- Read the Create Buckhannon “Meet and Eat” guidelines. Meet and eat guidelines, Create Buckhannon
- Here are their “norms” for meetings, their civility rules. CBuckNorms
- The role of the conversation facilitator.
- Community Conversations, by Paul Born: http://tamarackcommunity.ca/g3_books1.html
Visit a community with a successful community conversation.
- Create Huntington’s weekly “Chat and Chew” sessions take place at 5:30 Thursdays. http://www.createhuntington.com
- Create Buckhannon’s list of achievements for its first few years is here. Every Thursday at noon. Contact Create Buckhannon: email@example.com
- Sustainable Williamson: This broad collaboration of Williamson groups includes city government, the school system, businesses, the Diabetes Coalition, and many other groups. As Williamsonr Wellness Center administrator Darrin McCormick said, “Our goal is always the health and prosperity of the community, rather than the specific project we’re working on at the moment.” Read about their wide range of projects at www.sustainablewilliamson.org and http://www.wvgazette.com/News/201302230047.
- West Virginia Center for Civic Life. Dedicated to civil community discussion: Lots of great info on community conversations: http://www.wvciviclife.org .
Here are some tips:
- Invite people from a wide variety of groups. “We don’t send out official invitations,” Rylands said. “We talk it up, and people come because they hear we’re doing things.” People come from the development group, city council come, the college and churches, business owners, a wide variety of groups and unaffiliated individuals.
- Get a local restaurant involved. Why is Create Buckhannon so successful? “One reason is food,” C.J. Rylands said. People meet at his restaurant, C.J. Maggie’s, at a huge table in a private room. He has a dish (with meat and without) ready for them, a $7 lunch, and they talk while they eat. “Lunch is a convenient time for most people, and food creates a good atmosphere.”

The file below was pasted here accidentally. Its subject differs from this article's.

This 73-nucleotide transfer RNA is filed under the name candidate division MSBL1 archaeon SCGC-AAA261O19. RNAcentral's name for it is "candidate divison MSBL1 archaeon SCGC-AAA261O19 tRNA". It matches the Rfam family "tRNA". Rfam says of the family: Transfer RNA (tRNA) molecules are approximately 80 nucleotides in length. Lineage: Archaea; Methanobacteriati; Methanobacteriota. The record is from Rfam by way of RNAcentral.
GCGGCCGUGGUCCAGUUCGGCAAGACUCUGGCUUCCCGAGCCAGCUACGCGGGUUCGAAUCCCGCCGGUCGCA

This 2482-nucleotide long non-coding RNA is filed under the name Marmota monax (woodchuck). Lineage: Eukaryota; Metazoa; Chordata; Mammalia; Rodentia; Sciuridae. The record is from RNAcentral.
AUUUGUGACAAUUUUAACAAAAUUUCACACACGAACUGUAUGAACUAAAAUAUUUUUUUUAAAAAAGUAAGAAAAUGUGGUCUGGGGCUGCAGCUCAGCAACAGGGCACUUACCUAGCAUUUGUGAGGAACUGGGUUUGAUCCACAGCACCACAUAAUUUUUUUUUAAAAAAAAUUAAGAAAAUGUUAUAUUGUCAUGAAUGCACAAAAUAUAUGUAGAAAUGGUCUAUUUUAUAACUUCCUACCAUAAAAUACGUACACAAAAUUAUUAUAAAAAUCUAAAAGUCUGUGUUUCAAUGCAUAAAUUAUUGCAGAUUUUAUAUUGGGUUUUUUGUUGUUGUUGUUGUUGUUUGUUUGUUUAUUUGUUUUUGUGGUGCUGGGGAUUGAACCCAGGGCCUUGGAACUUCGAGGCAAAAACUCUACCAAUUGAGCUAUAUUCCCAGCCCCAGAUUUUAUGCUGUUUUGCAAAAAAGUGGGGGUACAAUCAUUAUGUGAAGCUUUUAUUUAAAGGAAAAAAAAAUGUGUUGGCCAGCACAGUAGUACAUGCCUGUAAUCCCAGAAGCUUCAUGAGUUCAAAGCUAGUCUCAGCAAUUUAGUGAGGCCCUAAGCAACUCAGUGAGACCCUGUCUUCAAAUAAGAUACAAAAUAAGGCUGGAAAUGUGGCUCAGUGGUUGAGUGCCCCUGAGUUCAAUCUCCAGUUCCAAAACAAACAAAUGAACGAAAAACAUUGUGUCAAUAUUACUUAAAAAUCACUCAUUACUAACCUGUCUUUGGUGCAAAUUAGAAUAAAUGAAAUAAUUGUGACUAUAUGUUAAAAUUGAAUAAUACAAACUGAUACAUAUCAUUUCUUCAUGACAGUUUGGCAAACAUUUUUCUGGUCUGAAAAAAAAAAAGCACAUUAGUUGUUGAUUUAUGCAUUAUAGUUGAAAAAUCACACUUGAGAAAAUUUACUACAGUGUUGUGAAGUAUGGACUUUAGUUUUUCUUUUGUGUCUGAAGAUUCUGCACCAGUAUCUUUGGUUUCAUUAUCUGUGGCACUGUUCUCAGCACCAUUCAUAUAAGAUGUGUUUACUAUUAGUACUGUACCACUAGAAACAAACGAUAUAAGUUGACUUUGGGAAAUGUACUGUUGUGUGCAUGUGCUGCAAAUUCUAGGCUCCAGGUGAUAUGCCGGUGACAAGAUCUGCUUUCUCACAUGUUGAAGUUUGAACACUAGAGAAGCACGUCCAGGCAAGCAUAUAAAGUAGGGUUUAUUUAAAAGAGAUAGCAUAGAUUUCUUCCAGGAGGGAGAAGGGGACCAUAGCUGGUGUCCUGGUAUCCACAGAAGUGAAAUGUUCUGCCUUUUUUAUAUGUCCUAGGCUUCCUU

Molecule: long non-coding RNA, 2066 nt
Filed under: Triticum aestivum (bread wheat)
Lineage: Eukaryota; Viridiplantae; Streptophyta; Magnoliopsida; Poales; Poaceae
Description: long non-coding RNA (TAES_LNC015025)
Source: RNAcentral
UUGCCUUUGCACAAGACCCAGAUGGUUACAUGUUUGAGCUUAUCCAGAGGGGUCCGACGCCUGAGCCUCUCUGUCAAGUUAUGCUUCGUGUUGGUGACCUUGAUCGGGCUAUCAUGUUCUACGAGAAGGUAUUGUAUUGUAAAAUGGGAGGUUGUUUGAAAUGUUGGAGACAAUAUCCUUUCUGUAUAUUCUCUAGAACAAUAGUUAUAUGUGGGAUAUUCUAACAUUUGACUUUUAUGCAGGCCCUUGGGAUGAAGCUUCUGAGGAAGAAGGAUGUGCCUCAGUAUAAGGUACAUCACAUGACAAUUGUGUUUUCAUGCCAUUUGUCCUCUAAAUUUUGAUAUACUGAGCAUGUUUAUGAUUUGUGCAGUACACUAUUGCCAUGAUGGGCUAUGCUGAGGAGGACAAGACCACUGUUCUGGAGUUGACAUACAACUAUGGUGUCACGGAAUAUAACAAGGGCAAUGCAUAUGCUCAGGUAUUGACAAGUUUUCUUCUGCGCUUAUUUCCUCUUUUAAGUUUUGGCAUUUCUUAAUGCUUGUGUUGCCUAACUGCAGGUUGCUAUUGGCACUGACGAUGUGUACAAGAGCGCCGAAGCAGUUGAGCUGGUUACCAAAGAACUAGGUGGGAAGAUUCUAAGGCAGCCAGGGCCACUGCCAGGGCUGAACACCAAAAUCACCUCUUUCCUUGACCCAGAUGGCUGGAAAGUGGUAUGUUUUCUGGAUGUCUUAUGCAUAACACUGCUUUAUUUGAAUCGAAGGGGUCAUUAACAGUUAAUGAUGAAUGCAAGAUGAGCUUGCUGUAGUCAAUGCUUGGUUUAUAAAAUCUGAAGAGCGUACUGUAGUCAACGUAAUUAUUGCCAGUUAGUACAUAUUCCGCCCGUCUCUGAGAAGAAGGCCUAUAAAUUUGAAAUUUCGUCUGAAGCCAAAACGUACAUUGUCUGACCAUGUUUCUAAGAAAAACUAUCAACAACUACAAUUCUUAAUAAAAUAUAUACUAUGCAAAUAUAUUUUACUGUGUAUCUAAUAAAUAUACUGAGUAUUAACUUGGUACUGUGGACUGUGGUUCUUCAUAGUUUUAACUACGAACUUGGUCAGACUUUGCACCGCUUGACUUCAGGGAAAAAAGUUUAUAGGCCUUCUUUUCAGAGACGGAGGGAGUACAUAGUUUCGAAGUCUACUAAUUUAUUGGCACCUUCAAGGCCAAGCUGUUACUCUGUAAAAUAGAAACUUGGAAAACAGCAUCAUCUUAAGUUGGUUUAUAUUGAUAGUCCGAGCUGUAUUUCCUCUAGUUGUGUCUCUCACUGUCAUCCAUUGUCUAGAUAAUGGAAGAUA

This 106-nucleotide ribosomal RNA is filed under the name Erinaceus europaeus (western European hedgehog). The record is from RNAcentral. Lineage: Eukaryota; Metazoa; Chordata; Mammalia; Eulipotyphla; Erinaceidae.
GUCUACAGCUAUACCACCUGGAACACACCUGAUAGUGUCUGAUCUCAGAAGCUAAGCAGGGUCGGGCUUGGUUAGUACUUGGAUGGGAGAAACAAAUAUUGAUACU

- Keep the conversation going online. Facebook, Web site, local papers, TV, whatever. Let the community know what the group is doing and talking about, however you can.
- Sign up for community development training. Blueprint community development training helps pull together a core group and provides you with a coach who can help you get going. See what various Blueprint communities are doing at http://wvhub.org/blueprint .
- Do you need to create an official group, a non-profit? No. You can, but you don’t have to. Create Buckhannon is proud not to be one. Sustainable Williamson is not one. “We’re just a bunch of volunteers who talk every week,” Buckhannon’s C.J. Rylands said.
“When we need an official group, we use the Redevelopment Authority or the health nonprofit,” Williamson’s Darrin McCormick said. But both groups have Web sites and facebook pages.
Here are resources to help create community conversations:
- Making the Healthy Choices. The six counties of the Mid-Ohio Valley Health Department held a series of “healthy county discussions.” They developed a fill-in form that can be very helpful in starting an ongoing conversation: http://ctfwvresources.com/docs/Making-the-Healthy-Choice.pdf
- “Creating a Robert Wood Johnson Foundation guide to making a healthy lifestyle plan for your community:” http://www.bridgingthegapresearch.org
- An overall look at the components of a successful community physical activity plan, based on the U.S. Physical Activity Plan, from General Mills: http://www.nxtbook.com/nxtbooks/ncppa/make_the_move/index.php#/22
- KEYS 4HealthyKids, a Kanawha County group focused on children, has a toolkit for community action at http://keys4healthykids.com/fivesteps/